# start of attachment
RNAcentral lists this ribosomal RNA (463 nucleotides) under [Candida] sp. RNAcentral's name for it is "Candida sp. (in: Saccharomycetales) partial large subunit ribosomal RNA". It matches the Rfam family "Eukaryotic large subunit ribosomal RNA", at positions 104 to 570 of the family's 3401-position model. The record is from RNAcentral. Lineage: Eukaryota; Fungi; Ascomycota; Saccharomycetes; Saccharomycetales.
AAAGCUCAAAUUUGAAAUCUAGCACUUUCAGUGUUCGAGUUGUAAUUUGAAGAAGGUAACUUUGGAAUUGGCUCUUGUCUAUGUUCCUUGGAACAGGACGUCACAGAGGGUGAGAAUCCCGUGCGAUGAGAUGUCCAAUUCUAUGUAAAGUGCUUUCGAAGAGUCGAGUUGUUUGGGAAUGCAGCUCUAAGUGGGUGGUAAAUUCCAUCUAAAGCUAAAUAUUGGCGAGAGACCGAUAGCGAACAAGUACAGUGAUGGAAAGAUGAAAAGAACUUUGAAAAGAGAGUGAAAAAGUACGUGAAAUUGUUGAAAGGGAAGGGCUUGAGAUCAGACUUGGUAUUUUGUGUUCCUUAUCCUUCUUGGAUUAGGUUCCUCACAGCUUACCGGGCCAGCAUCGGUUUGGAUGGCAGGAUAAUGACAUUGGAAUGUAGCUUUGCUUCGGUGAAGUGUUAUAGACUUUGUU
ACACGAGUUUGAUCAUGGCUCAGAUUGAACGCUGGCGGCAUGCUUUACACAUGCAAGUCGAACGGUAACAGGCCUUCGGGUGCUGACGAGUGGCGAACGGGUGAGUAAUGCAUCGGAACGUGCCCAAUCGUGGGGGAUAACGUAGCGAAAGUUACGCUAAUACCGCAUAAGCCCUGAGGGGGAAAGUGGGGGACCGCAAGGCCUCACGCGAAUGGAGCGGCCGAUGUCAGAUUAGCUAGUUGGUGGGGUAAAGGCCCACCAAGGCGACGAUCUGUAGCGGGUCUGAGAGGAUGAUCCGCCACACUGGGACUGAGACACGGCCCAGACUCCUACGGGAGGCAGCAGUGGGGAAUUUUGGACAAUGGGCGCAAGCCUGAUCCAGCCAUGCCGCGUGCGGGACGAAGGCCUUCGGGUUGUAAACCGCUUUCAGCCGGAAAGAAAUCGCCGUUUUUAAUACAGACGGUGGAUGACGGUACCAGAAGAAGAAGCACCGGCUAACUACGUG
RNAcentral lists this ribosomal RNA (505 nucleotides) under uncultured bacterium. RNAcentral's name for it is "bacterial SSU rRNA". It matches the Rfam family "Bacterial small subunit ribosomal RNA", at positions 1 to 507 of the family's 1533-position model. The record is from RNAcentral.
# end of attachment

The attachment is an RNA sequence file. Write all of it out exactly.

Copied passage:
RNAcentral lists this ribosomal RNA (463 nucleotides) under [Candida] sp. RNAcentral's name for it is "Candida sp. (in: Saccharomycetales) partial large subunit ribosomal RNA". It matches the Rfam family "Eukaryotic large subunit ribosomal RNA", at positions 104 to 570 of the family's 3401-position model. The record is from RNAcentral. Lineage: Eukaryota; Fungi; Ascomycota; Saccharomycetes; Saccharomycetales.
AAAGCUCAAAUUUGAAAUCUAGCACUUUCAGUGUUCGAGUUGUAAUUUGAAGAAGGUAACUUUGGAAUUGGCUCUUGUCUAUGUUCCUUGGAACAGGACGUCACAGAGGGUGAGAAUCCCGUGCGAUGAGAUGUCCAAUUCUAUGUAAAGUGCUUUCGAAGAGUCGAGUUGUUUGGGAAUGCAGCUCUAAGUGGGUGGUAAAUUCCAUCUAAAGCUAAAUAUUGGCGAGAGACCGAUAGCGAACAAGUACAGUGAUGGAAAGAUGAAAAGAACUUUGAAAAGAGAGUGAAAAAGUACGUGAAAUUGUUGAAAGGGAAGGGCUUGAGAUCAGACUUGGUAUUUUGUGUUCCUUAUCCUUCUUGGAUUAGGUUCCUCACAGCUUACCGGGCCAGCAUCGGUUUGGAUGGCAGGAUAAUGACAUUGGAAUGUAGCUUUGCUUCGGUGAAGUGUUAUAGACUUUGUU
ACACGAGUUUGAUCAUGGCUCAGAUUGAACGCUGGCGGCAUGCUUUACACAUGCAAGUCGAACGGUAACAGGCCUUCGGGUGCUGACGAGUGGCGAACGGGUGAGUAAUGCAUCGGAACGUGCCCAAUCGUGGGGGAUAACGUAGCGAAAGUUACGCUAAUACCGCAUAAGCCCUGAGGGGGAAAGUGGGGGACCGCAAGGCCUCACGCGAAUGGAGCGGCCGAUGUCAGAUUAGCUAGUUGGUGGGGUAAAGGCCCACCAAGGCGACGAUCUGUAGCGGGUCUGAGAGGAUGAUCCGCCACACUGGGACUGAGACACGGCCCAGACUCCUACGGGAGGCAGCAGUGGGGAAUUUUGGACAAUGGGCGCAAGCCUGAUCCAGCCAUGCCGCGUGCGGGACGAAGGCCUUCGGGUUGUAAACCGCUUUCAGCCGGAAAGAAAUCGCCGUUUUUAAUACAGACGGUGGAUGACGGUACCAGAAGAAGAAGCACCGGCUAACUACGUG
RNAcentral lists this ribosomal RNA (505 nucleotides) under uncultured bacterium. RNAcentral's name for it is "bacterial SSU rRNA". It matches the Rfam family "Bacterial small subunit ribosomal RNA", at positions 1 to 507 of the family's 1533-position model. The record is from RNAcentral.